Health Care Repeal Legislation Collapses in Senate – Again

On Tuesday, Senate GOP leaders canceled plans to hold a vote on a proposal by Sens. Bill Cassidy (R-LA), Lindsey Graham (R-SC), Dean Heller (R-NV) and Ron Johnson (R-WI), that would repeal the core of the Affordable Care Act and gut the Medicaid program. Based on analyses of previous legislation, it is estimated that as many as 32 million people would have lost their health coverage under the Cassidy-Graham proposal. 

Senate leaders canceled the vote when it became clear that the plan did not have support from enough Republican senators. Sens. John McCain (R-AZ) and Susan Collins (R-ME), who voted against similar legislation in July, announced that they would oppose the bill. Sens. Rand Paul (R-KY) and Ted Cruz (R-TX) expressed opposition to the bill because it did not go far enough. But it is likely that they would have voted for it in the end rather than kill the effort. Sen. Lisa Murkowski (R-AK), who voted against the legislation in July, did not state publicly whether or not she would support the bill. But she put out a statement criticizing the process after the vote was canceled.

Unfortunately, the threats to the ACA and Medicaid are not over. Congressional GOP leaders are advancing budget resolutions that call for cuts to these programs, plus Medicare and other public services, to pay for tax cuts for the wealthy and corporations.

Trump Administration Steps Up Efforts to Sabotage the ACA 

The Trump administration is working hard to sabotage the Affordable Care Act (ACA) on a number of fronts. The administration has created uncertainty over whether it will continue monthly reimbursements to health insurers who are required by the ACA to reduce deductibles and copayments for low-income individuals covered by ACA plans. Almost 6 million Americans who rely on insurance through the ACA depend on these subsidies from insurers to make coverage affordable. The nonpartisan Congressional Budget Office (CBO) estimates that insurance companies would raise premium prices about 20 percent in 2018 if President Trump ends these payments.

The administration has slashed funding for advertising to promote and encourage enrollment in ACA plans from $100 million to $10 million. Previously, the administration also cut funding for nonprofit community groups to help individuals pick an ACA plan and navigate the enrollment process. These dramatic cuts in outreach come just before the open enrollment period starting November 1. According to the CBO, the decision to roll back outreach and advertising will result in roughly 1 million fewer people enrolling in 2018. The failure to conduct adequate outreach efforts is likely to lead to fewer healthier and younger enrollees to balance out more costly enrollees who are older and have pre-existing medical conditions. This is creating further uncertainty for insurers who are setting premiums for 2018 and will likely drive up the cost of coverage.   

The administration has also cut the open enrollment season in half, from 3 months to about 6 weeks — running from Nov. 1 to Dec. 15, 2017 for 2018 coverage. The administration announced this week that it would further restrict access to enrollment by shutting down the federal ACA website for 12 hours on all but one Sunday during the upcoming enrollment period. The timing of these shutdowns will further reduce enrollment opportunities, especially for those with inflexible work schedules and limited access to Internet services. All of these choices by the administration are designed to sabotage the ACA by creating barriers to enrollment and reducing the number of ACA enrollees.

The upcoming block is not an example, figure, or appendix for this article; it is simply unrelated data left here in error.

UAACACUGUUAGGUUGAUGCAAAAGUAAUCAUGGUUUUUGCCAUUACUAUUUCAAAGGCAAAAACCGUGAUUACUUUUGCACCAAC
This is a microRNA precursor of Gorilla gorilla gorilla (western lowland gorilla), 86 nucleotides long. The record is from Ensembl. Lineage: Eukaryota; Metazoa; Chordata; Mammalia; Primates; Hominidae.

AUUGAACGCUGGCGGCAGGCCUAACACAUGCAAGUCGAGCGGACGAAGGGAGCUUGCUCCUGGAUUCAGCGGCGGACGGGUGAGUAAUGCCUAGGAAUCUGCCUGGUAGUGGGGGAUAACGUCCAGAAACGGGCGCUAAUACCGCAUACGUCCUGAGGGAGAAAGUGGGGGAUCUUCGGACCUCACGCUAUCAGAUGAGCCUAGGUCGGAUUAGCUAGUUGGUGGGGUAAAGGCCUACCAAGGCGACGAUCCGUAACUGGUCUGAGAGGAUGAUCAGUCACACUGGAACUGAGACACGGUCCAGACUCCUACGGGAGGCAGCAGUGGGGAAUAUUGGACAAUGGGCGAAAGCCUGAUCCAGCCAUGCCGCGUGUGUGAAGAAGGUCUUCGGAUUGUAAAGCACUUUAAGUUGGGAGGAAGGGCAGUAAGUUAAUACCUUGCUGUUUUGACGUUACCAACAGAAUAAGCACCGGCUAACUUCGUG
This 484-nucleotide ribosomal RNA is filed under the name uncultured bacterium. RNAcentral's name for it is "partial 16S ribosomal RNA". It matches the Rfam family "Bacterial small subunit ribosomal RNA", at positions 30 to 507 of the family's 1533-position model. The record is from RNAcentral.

House Democrats Launch DREAM Act Petition

This week, House Democratic leaders launched an effort to force a vote on legislation that would provide a path to citizenship and protection from deportation of immigrants who were brought to the U.S. illegally as children. Democratic leaders hope to collect the names of a majority of House members on a “discharge petition,” which would require the legislation, known as the DREAM Act (H.R. 3440), to be voted on by the House and prevent GOP leaders from blocking consideration of the bill.

The DREAM Act has 200 co-sponsors and growing bi-partisan support. Despite recent polls that show Americans overwhelmingly support legislation to protect these immigrants, Republican leaders are opposed to the discharge petition.

AFSCME supports the DREAM Act and is encouraging House members to sign the discharge petition.

NLRB Pendulum Swings Right for Trump’s New Anti-Worker Majority

The last of President Trump’s nominees to the National Labor Relations Board (NLRB), William Emanuel, was confirmed by a vote of 49 to 47 in the Senate this week, creating an anti-worker majority on the Board. Emanuel is a management-side lawyer who has extensive experience representing businesses on federal labor law issues before the NLRB.

The NLRB now has a 3-2 anti-worker majority. President Trump has the opportunity to create a 5-to-0 anti-worker majority as the terms of the final two pro-worker members of the Board expire in August 2018 and December 2019.

FAA Shutdown Averted Days Before Deadline

Congressional leaders barely avoided a shutdown of Federal Aviation Administration (FAA) programs this week, approving legislation (H.R. 3823) that extends the FAA for 6 months. House leaders have been unwilling to renew FAA for a longer term, and instead are focused on an effort to push through a plan to privatize air traffic control operations. Thus far, there have not been enough votes in the House or Senate to support the privatization plan, which AFSCME opposes.